- The Washington Times - Saturday, June 24, 2006

HONOLULU — A delegation of 10 Chinese army, navy and air force officers watched three American aircraft carriers and armed forces go through strenuous training paces in the seas around the U.S. island territory of Guam in the Central Pacific this week.

At the same time in Beijing, the retired chairman of the U.S. Joint Chiefs of Staff, Air Force Gen. Richard B. Myers, met with Gen. Liang Guanglie, chief of the general staff of the People’s Liberation Army (PLA). They discussed counterterrorism, nonproliferation of nuclear weapons and regional security, the official PLA Daily newspaper reported.

These were the latest military exchanges to which Defense Secretary Donald H. Rumsfeld and PLA leaders agreed during a China visit last fall. A crucial U.S. objective in exposing Chinese to U.S. military operations is to avert a Chinese miscalculation about U.S. capabilities.

These exchanges, in turn, are part of the most delicate and difficult balancing act for the United States in Asia, which is to keep the peace between the People’s Republic of China (PRC) and the island of Taiwan. Beijing claims sovereignty over Taiwan while the United States is committed to helping Taiwan defend itself.

“We are trying our best to have both sides understand the true role we are playing,” said Adm. William Fallon, who commands U.S. forces in the Pacific and Asia from his headquarters above Pearl Harbor in Hawaii. He is responsible for executing what he calls a policy of “evenhandedness” between Beijing and Taiwan.

“We want to do whatever we can to prevent the PRC from attacking [Taiwan] militarily,” he said in an interview. “On the other hand, we are trying to encourage the people of Taiwan to figure out some way in which they can reach a long-term accommodation with the PRC.”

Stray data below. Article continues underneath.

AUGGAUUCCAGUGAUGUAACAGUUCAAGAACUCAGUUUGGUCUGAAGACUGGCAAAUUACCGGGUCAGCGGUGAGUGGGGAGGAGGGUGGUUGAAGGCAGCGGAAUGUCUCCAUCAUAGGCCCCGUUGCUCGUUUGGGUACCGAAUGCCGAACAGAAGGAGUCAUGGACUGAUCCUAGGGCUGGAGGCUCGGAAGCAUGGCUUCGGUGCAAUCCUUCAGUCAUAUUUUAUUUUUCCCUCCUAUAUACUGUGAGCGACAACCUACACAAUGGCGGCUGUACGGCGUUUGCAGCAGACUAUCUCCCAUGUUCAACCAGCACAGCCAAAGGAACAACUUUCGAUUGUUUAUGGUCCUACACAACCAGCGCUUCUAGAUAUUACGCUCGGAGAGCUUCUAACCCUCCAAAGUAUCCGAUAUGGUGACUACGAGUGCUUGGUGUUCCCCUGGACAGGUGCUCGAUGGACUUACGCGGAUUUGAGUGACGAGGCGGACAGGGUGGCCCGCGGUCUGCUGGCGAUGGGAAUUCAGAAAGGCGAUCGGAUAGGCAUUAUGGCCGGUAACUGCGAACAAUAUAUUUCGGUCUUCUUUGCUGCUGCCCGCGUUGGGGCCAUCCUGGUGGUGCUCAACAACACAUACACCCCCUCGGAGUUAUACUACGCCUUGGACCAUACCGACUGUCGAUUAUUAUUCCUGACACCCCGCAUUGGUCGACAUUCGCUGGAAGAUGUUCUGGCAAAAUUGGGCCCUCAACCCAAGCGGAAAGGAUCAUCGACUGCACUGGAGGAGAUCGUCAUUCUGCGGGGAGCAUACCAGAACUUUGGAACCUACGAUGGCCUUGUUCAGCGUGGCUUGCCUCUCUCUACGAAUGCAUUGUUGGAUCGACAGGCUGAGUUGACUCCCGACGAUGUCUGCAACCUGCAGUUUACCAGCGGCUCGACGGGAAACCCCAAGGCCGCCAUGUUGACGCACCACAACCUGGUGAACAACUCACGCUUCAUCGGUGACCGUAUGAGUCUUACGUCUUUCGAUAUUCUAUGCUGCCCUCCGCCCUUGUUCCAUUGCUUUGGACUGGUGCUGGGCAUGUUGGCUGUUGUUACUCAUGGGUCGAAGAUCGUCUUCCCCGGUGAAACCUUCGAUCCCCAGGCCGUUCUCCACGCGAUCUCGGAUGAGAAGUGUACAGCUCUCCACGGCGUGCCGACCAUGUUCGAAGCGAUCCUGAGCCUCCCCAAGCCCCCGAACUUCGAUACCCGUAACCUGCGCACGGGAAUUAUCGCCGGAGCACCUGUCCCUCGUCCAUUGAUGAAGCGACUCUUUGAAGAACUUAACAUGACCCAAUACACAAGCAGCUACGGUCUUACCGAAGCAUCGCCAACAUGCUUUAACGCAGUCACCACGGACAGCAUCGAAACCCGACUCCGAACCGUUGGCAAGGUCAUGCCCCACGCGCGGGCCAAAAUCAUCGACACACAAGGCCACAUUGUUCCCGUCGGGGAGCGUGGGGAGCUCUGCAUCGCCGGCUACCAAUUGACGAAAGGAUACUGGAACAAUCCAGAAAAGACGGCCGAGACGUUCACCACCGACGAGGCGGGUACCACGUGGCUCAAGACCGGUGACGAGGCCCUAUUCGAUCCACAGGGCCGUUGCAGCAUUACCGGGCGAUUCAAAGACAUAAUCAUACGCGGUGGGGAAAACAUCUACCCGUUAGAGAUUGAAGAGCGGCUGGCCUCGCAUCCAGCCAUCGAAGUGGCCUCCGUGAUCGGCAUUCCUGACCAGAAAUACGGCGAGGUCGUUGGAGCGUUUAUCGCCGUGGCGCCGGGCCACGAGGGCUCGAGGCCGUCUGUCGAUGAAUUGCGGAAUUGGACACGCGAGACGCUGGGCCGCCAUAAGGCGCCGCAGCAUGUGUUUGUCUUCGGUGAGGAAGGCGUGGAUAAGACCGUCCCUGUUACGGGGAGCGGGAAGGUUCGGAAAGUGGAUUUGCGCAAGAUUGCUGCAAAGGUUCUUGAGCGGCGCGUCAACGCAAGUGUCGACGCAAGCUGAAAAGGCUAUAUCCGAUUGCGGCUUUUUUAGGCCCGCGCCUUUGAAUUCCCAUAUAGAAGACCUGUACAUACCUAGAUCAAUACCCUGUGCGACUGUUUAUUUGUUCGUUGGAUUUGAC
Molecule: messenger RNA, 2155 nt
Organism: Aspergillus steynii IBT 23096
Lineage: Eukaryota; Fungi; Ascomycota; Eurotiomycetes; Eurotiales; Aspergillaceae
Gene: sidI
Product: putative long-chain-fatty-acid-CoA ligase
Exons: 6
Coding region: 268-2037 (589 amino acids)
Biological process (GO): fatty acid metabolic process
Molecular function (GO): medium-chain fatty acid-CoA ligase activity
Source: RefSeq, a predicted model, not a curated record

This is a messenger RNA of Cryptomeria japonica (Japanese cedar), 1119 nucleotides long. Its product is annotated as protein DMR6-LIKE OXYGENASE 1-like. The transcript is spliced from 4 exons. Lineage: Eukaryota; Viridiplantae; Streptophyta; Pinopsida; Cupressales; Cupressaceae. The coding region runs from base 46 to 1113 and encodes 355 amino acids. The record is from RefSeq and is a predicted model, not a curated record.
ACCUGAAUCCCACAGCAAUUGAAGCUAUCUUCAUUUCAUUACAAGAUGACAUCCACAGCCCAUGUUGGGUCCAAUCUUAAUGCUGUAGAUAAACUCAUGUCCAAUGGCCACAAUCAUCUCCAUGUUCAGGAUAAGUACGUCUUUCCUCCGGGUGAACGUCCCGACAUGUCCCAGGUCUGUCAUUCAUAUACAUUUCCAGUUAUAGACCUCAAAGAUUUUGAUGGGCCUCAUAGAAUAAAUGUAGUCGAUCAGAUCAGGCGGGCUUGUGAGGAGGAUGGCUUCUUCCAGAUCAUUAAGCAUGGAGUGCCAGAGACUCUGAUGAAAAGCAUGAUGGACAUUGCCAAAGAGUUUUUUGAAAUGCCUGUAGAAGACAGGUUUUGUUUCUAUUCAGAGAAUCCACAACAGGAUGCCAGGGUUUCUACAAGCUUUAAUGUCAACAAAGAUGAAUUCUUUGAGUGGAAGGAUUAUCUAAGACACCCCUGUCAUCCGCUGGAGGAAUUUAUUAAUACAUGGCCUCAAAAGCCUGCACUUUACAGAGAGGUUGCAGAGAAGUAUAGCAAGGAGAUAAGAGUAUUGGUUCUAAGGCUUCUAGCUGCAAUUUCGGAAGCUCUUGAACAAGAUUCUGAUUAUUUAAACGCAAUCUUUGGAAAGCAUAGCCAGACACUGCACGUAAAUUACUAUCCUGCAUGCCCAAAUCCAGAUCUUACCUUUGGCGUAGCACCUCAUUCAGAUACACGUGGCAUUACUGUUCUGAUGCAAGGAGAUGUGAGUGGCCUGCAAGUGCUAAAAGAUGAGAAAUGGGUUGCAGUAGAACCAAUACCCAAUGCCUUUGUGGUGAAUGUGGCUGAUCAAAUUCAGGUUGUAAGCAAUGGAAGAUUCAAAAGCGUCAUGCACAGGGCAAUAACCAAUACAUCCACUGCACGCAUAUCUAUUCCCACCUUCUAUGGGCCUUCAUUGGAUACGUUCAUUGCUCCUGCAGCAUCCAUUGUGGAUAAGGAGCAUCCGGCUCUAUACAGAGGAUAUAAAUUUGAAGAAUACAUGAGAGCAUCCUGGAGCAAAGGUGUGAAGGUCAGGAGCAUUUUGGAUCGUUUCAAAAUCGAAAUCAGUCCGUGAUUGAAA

That balance has been sought since 1979, when President Carter switched U.S. diplomatic recognition from Taipei to Beijing. A displeased Congress responded by passing the Taiwan Relations Act to insist that whatever administration was in office in Washington would take Beijing’s threats to Taiwan seriously.

Adm. Fallon said Washington has moved toward an uneasy balance. “From my perspective,” he said, “we are better off today than we were a year ago.”

He said that when he visited China last month for the second time, he found the tension levels had subsided over the past year.

“They have not ratcheted up their declarations. That’s helpful because, in the absence of that tension, there are more opportunities to work things out.”

About Taiwan, he cautioned: “They should not have unrealistic expectations that, no matter what they do, we are going to come to their defense should they take steps that might provoke [China]” — meaning seeking formal independence.

Adm. Fallon also criticized Taiwan for not spending enough on defense or improving its fortifications.

“To their credit,” he said, “they appear now to recognize this. The military people get it and have taken steps, in my view, to start addressing some of these issues.”

The admiral did not mention Chen Shui-bian, president of the Republic of China (Taiwan), who has advocated the island’s independence.

On another front, Adm. Fallon has been the target of criticism in Washington, where some conservatives have complained that his plans for exchanges with China give away too much.

Adm. Fallon responded: “I will do the things that I believe are correct. I certainly understand the policies of the administration. I certainly understand the guidance of my boss, the secretary [of defense.]”

In reply to an e-mailed query, a Pentagon spokesman, Eric Ruff, pointed to Mr. Rumsfeld’s agreement with Chinese leaders and said: “Admiral Fallon is following up on these.”

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